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Topic Review (Newest First)
08-25-2010 11:12 PM
caferacer
RE: Centennial locos

Have the brass and tubing and fittings now in the shed, in 1/29 their are 1035 mm long pfdx was right 41 inches long just have to find some really good drawings my milling machine will get a good work out on this project may have a fair bit of research ahead of me.
Will have to work of the drawings to get the truck movement setup right as you said get the wriggle right my previous life I use to build model ships for companys and museums so the finish should make even the best rivet counter smile looking forward to this my first kitbash project and sharing the build with others going with a machined chassie in alloy and brass top sides we are coming over so will try to find one of these monsters for research data caferacer
08-25-2010 07:32 PM
Dave Meashey
RE: Centennial locos

I was at work when I answered the first time, so I could not get to my reference books. Sorry, but they do not have scale drawings, or I would try to scan them for you.

The Centennials were class 6900 on the Union Pacific. They did have four axle rigid trucks, but as mentioned above - you may be able to combine two, two axle trucks inside a fabricated side frame to simulate the four axle truck. Extending the width of this dummy side frame would allow some "wiggle room" for the two, two axle trucks. Perhaps only two or three millimeters on either side of the side frame would allow the trucks to flex a bit without spoiling the overall apearance of the model.

Modern Locomotives and The Second Diesel Spotters Guide both note that these locomotives had 6600 combined horsepower from their two prime movers. The locomotives were 98 feet 5 inches over the anti-climbers. The couplers may have brought the total length to 99 feet, as they extended out from under the anti-climbers a few inches. The control systems used on these locomotives were a test bed for the controls used for the Dash 2 series by EMD. One book stated they weighed in at 247.5 tons (US). While they were certainly magnificant machines, their long wheelbase proved their undoing - it severely limited their route availability. UP finally decided that coupling standard models together to get the required horsepower was more econimically sound than having super locomotives with limited route availability.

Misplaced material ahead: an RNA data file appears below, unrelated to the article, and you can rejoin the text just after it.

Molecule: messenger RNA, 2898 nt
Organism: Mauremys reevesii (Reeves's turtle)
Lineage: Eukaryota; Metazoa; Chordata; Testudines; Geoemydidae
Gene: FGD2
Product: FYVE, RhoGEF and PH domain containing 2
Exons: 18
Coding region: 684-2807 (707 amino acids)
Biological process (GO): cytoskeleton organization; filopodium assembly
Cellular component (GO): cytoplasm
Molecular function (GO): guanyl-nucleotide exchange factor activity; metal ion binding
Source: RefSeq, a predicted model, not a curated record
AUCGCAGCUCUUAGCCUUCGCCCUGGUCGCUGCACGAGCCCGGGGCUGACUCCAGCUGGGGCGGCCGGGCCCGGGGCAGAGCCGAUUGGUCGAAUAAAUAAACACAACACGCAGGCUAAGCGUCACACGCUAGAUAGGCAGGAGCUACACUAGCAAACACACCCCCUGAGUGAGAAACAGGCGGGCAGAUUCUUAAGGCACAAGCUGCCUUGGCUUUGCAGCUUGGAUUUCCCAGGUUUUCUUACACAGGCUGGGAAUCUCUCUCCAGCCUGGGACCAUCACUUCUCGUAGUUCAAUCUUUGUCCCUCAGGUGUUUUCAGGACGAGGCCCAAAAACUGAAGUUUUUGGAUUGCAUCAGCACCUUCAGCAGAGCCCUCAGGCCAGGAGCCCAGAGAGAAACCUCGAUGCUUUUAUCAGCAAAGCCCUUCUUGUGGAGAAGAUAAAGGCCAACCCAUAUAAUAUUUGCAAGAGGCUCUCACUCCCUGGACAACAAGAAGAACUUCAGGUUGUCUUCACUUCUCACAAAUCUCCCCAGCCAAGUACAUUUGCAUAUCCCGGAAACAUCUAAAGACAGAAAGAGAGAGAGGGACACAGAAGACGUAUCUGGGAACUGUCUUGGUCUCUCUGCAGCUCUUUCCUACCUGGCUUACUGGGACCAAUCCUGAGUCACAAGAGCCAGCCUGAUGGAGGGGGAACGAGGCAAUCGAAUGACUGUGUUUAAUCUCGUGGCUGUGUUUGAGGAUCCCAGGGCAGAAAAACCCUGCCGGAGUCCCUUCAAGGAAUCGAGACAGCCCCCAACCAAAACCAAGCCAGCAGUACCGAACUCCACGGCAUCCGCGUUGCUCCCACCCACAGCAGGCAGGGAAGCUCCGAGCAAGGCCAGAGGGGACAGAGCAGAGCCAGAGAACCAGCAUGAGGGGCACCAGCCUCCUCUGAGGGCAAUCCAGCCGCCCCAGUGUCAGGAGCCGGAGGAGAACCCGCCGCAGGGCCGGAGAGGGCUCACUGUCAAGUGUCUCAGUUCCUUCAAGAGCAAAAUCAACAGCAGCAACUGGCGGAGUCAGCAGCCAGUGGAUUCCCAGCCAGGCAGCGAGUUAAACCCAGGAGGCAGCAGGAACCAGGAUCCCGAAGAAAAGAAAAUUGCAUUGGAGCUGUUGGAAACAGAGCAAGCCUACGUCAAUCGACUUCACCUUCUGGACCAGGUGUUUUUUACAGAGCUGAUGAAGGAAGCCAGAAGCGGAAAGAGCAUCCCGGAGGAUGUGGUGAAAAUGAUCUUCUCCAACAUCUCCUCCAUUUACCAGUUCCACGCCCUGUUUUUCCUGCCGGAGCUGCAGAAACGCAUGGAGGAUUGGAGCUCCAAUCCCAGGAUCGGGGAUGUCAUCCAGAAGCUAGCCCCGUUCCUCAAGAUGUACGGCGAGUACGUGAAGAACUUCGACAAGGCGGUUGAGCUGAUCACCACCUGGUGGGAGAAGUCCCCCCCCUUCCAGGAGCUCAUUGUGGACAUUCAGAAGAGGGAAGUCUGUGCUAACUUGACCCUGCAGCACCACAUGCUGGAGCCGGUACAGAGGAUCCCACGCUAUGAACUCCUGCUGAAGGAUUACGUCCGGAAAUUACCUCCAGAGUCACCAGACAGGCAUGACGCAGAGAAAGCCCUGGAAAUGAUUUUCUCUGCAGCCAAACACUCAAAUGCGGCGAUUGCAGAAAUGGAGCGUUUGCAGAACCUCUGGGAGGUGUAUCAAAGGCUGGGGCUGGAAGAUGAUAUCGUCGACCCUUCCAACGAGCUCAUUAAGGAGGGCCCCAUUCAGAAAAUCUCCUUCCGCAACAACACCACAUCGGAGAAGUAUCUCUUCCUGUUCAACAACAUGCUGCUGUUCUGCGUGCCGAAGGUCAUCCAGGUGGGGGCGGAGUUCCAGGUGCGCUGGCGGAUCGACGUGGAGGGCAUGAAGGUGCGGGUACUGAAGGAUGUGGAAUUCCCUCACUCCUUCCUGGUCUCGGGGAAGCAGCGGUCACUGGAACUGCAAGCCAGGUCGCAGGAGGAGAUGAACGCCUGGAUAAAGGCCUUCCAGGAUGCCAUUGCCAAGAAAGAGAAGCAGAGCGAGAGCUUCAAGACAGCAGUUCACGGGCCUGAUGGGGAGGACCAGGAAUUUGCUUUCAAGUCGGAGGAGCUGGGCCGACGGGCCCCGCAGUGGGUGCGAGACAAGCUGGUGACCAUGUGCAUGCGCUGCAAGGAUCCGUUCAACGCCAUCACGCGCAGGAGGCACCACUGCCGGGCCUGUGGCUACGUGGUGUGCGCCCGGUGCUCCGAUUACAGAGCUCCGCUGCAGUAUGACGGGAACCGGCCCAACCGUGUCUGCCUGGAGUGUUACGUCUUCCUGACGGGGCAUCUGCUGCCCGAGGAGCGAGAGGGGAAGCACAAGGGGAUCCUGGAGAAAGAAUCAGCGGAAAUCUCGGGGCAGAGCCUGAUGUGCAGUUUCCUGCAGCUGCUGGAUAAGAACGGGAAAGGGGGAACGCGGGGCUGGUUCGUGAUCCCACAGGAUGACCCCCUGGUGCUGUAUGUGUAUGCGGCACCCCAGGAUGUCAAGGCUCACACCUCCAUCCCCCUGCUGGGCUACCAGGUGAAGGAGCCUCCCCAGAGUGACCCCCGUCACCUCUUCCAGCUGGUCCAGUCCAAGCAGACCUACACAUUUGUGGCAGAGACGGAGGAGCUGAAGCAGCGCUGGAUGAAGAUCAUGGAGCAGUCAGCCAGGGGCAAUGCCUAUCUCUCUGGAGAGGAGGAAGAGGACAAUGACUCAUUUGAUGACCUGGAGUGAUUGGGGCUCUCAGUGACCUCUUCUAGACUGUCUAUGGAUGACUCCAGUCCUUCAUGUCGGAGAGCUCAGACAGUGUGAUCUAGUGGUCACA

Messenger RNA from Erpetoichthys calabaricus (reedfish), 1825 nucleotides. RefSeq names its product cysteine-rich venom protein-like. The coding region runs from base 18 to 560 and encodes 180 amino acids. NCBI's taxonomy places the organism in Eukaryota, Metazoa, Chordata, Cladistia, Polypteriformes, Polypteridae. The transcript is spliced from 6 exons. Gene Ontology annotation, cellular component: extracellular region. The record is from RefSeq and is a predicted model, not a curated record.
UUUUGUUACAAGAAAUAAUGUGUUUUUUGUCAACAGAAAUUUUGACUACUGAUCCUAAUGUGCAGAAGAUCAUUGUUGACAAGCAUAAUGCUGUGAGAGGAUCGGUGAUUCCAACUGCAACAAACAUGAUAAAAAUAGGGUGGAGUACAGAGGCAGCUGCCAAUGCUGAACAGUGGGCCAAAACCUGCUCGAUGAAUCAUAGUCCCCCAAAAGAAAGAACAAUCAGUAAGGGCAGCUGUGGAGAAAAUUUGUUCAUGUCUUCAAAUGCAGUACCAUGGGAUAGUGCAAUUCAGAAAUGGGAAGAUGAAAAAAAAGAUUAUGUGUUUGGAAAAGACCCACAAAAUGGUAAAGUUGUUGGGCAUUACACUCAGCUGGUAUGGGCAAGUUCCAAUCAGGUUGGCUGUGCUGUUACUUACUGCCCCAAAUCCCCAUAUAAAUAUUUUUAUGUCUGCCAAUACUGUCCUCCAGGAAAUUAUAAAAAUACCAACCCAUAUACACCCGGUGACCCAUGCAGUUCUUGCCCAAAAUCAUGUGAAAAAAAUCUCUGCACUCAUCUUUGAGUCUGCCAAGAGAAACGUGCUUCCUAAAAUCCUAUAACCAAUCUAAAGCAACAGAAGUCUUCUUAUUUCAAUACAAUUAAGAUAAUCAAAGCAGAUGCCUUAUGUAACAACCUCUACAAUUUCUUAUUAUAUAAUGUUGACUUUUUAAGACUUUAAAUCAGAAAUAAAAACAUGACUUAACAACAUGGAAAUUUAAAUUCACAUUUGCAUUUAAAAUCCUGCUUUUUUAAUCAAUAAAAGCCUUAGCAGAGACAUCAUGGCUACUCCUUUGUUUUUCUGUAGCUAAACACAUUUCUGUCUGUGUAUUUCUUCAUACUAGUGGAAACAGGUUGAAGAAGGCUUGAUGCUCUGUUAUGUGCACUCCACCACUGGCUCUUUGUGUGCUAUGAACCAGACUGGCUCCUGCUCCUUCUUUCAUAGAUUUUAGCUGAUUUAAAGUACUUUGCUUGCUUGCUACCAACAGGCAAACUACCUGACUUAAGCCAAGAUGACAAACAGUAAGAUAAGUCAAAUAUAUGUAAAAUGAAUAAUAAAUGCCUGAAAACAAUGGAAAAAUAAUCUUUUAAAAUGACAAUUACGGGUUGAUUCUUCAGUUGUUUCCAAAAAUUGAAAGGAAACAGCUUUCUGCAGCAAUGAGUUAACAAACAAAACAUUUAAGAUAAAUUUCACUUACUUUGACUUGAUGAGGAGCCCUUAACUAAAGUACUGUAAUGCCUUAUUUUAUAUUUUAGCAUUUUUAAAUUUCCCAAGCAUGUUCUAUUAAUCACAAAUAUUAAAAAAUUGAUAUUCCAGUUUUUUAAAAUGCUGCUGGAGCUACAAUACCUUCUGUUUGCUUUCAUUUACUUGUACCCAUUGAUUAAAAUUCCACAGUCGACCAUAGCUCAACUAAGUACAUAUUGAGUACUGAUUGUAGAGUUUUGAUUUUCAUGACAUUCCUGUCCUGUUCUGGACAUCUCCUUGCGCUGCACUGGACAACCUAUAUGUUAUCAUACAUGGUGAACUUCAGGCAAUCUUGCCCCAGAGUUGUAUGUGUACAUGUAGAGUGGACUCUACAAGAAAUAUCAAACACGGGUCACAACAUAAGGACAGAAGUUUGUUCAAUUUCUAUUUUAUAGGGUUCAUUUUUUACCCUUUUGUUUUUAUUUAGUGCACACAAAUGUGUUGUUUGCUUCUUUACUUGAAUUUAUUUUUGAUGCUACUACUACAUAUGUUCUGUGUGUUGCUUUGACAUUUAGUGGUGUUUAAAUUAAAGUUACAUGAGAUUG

Best wishes for your kitbash,

David Meashey
08-25-2010 07:15 PM
pfdx
RE: Centennial locos

From the 1966 Car and Locomotive Cyclopedia

DD-40A was EMD's designation for the standard nose version, a picture showing a unit with GM added on the cab side is included with the stats. These are probably very close to the DD-35B
Length between pulling faces: 88'-2"
Wheelbase,
Truck (each) 17'-1.5"
Distance between truck centers: 55'-0"
Weight fully loaded: 520,000lbs
Horsepower, continuous rating: 6000
Fuel capacity 5200 gals

From the 1970 Car and Locomotive Cyclopedia

DD-40x was EMD's designation for the wide nose version purchased and operated by the UP an in service photo of the 6900 is included with basic stats in the caption.
Length over couplers: 98'-5"
Weight fully loaded: 540,000lbs
Horsepower, continuous rating: 6600
Fuel capacity: 8280 gals.

These are big locomotives. in 1:29 the DD-40X would be 41inches long.
08-25-2010 07:05 PM
caferacer
RE: Centennial locos

DKRickman thanks will look these up,I was looking for some quad drives these just may help me out I am off to the local metal shop to buy the brass and KS brass angles,flat ,and tubing,would like to make a really museum quaility job on this my first kit bash job again many thanks caferacer
08-25-2010 06:50 PM
DKRickman
RE: Centennial locos

If I remember correctly, the DD35 was basically a pair of GP35's on a single frame, and the DD40 would be the same, but with a GP40 instead of a 35. I know one guy who built one in HO by kitbashing a couple geeps togethe, so it ought to be possible in large scale as well. At least you wouldn't have to build EVERY part that way
08-25-2010 05:14 PM
caferacer
RE: Centennial locos

Dave Will try and find some drawings of the Centennial and stratch build one in brass, my railroad will have huge curves on level one 24 feet down to 15 feet so should be able to run on this level the other levels are all 14 feet curves to 16 feet curves with a lot of curves may be not the best to run on the higher levels thank you for your help caferacer.
08-25-2010 06:11 AM
Dave Meashey
RE: Centennial locos

As far as I know, nobody makes a model of this locomotive. A 1:29 or 1:32 model of this locomotive would be HUGE, and would require very large radius curves to accomodate it. I don't have an illustration handy, but I believe the trucks had at least four axles each. This means that the trucks alone would require larger than normal curves, but the locomotive, itself, would probably be over a yard long in 1:29 or 1:32 scale. These were impressive locomotives when they were built in 1969. They were only used on the Union Pacific, and had to stay with divisions on that railroad which had sufficient large radius curves, so the curve problem was "prototypical."

Hope this helps,
David Meashey
08-25-2010 02:51 AM
caferacer
Centennial locos

I s their a supplier or manufacture of the Centennial DDA40X locos I under stand these were bigger than the Dash 9 and the SD70 ? caferacer

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